The thing I like the most about this episode of Misfits – apart from everything – is that it only could have been done on Misfits. Is it perhaps the most direct attempt by a fictional TV show to address issues of gender, sexuality, rape & rape culture, and queerness, but because it’s Misfits, it doesn’t turn into a preachy Very Special Episode. Instead it’s borderline genius at both entertaining and expressing a view of social importance.
The defining scene of the episode comes in a climactic confrontation in the locker room, with all of the misfits, as well as the probation worker and guest star Emma, confronting Curtis-as-Melissa. Overwhelmed, she bursts out saying “You have no idea what it’s like to be a woman!” Having a male character spend a few days as female and bust out a line so direct should go over like a lead balloon of preachiness. But it doesn’t, because it’s Misfits, and Misfits has three advantages: it’s speculative fiction, it’s profane, and anything can happen on this show.
One of the biggest advantages that speculative fiction has over other genres is that it can use its magic/science to reflect tricky real-world situations. Buffy The Vampire Slayer can express its heroine’s anxiety about growing up by having a demon related to her current predicament. Star Trek can show the danger of a form of political discourse by having an extreme variation on that on an alien planet. So Misfits having a superpower that allows one of its characters to examine gender relatively incredibly easily, without having to make the major decision to dress in drag or undergo any kind of transgender process. And it’s also aided by the fact that it makes sense in-context. We know that Curtis has this power from the last week, and all 14 previous episodes make us aware that there are powers which have some rules – it’s not out of nowhere.
This isn’t Tyra Banks in a fatsuit, Curtis literally does become a woman. He literally does have to deal with someone grabbing his ass, having his drink spiked, being hit on constantly. He also gets to see some advantages, like the female orgasm. So his “You have no idea what it’s like to be a woman!” is a process we’ve seen. He’s learned, in a few days, how things are different, because the SF aspect of the show allows him to.
That helps Curtis’s line have meaning, but the jokes afterward prevent the scene from turning into a Big (Boring) Feminist Moment. Rudy is hacking up the pube he has in his throat, and everyone notices that Curtis-as-Melissa has started her period, staining her white running shorts. Drama followed by comedy, profound mixing with profane. I wrote about this for the TV Club Advent Calendar a few weeks ago, thanks to the South Park Christmas special with “Mr. Hankey, The Christmas Poo”. My core theory there was in order for the social norms of a Christmas special to be reinforced, those norms have to be legitimately transgressed. To take that point and make it a little broader to encompass this episode of Misfits, I think that in order for a show to make such earnest points, it has to be willing to seemingly undercut those points. But this doesn’t actually negate it, it reinforces Curtis’s budding feminism by leaving his statement up in force, followed by entertainment and not a lecture. Or, to be even more straightforward: Misfits can be extremely political because it’s also extremely entertaining.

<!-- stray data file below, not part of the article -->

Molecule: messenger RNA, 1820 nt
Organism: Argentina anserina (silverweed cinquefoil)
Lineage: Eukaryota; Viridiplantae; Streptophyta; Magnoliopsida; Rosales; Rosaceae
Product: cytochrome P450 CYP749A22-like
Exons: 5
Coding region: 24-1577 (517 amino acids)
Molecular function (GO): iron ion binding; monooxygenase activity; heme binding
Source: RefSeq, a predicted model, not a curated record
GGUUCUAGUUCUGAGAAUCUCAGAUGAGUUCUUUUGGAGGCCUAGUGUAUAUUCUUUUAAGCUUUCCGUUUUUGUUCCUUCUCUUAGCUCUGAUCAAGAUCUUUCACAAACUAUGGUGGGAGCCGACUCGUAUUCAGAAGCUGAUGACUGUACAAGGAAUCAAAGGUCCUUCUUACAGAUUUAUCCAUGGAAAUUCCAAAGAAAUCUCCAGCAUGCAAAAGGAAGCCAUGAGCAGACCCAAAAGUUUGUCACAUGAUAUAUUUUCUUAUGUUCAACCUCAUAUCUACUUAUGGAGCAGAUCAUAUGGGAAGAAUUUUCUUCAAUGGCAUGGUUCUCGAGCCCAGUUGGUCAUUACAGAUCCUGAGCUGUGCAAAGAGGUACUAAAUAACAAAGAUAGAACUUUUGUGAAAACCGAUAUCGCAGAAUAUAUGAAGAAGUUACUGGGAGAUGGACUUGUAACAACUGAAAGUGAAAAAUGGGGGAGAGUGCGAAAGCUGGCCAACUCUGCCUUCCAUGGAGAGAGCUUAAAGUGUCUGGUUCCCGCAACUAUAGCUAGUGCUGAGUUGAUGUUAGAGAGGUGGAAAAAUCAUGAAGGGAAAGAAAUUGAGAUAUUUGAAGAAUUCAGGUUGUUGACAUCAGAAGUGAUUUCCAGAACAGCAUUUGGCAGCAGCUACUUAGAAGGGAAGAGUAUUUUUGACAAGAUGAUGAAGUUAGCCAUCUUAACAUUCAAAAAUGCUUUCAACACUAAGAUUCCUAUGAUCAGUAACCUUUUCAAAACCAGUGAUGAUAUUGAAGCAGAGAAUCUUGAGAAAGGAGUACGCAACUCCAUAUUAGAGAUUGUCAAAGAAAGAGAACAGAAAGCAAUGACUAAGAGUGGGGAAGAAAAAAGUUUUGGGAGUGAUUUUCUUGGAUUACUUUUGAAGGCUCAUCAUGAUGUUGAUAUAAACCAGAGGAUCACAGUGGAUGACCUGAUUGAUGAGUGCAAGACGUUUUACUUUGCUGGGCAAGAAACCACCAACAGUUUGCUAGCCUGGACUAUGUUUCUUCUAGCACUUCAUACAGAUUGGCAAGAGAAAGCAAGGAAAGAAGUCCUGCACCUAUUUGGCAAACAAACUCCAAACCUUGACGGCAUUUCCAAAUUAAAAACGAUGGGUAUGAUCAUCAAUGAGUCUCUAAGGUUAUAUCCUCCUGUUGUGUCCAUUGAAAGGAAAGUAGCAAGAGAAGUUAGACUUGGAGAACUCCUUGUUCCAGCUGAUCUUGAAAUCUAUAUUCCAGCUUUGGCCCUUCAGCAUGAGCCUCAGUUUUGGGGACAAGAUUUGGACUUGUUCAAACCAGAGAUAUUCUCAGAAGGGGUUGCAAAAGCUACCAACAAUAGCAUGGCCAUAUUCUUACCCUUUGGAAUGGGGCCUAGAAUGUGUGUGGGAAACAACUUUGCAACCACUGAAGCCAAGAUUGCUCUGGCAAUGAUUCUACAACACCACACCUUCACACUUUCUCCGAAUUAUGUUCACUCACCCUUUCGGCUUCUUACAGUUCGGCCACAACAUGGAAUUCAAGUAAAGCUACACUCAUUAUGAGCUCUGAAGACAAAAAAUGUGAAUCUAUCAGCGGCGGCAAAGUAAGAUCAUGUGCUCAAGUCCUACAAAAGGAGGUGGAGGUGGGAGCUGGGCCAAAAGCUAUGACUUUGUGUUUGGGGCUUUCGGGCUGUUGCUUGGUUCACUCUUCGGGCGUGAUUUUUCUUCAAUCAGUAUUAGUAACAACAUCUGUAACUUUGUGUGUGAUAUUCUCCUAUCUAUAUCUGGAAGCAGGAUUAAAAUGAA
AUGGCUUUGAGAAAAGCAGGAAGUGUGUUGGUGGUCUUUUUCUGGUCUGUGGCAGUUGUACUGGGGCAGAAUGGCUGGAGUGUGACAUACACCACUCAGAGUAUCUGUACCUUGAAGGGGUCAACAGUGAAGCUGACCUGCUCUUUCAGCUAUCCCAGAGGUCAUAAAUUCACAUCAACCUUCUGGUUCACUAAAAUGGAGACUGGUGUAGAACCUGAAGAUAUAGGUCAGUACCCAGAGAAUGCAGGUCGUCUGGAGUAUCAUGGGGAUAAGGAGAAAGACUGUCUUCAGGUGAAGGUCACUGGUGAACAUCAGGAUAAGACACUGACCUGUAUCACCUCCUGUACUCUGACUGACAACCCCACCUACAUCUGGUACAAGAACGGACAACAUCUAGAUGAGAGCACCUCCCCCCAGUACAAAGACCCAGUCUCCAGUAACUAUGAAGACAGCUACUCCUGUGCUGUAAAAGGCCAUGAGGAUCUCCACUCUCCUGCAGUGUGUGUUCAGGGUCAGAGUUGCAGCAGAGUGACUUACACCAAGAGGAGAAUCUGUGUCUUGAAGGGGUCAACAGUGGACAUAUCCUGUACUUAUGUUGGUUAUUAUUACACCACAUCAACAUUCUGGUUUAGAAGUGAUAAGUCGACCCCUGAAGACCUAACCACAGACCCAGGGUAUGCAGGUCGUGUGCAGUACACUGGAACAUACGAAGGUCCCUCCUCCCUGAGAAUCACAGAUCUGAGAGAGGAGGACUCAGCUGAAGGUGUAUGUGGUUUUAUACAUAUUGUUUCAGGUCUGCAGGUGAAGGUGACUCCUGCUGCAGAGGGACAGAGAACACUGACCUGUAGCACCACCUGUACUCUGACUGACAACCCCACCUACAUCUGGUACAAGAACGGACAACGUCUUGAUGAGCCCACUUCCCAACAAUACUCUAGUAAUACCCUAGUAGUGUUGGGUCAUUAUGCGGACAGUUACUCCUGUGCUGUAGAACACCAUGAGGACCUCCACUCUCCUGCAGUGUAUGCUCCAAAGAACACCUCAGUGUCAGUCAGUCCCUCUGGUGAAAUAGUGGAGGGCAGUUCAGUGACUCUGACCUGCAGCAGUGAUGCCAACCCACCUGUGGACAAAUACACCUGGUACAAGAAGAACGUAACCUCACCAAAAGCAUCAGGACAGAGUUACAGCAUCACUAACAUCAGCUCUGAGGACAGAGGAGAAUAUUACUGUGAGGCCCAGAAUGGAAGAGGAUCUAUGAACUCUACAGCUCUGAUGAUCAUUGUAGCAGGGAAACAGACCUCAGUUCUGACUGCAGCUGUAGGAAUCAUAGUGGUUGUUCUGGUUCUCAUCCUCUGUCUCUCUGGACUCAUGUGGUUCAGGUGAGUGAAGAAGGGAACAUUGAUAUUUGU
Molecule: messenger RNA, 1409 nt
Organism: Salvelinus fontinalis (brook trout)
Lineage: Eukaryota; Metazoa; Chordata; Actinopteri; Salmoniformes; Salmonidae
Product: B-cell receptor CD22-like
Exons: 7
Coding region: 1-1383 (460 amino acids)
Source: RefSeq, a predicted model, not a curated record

Part of the reason for that entertainment is that, more than just about any other show, there’s a feeling that anything can happen. The blend of comedy, soap opera melodrama, and horror & danger means that I can imagine just about any result of any situation. A dude who could make milk explode comedically turned into a villain who went on a murdering spree. Superhoodie was only killed by video game character. Or the death of a creepy stalker probation worker turned into something funny and sweet when Simon hung out with her corpse. Pretty much all I’m certain of is that the five main characters won’t die in an early-season episode (while a later episode is of course fair game).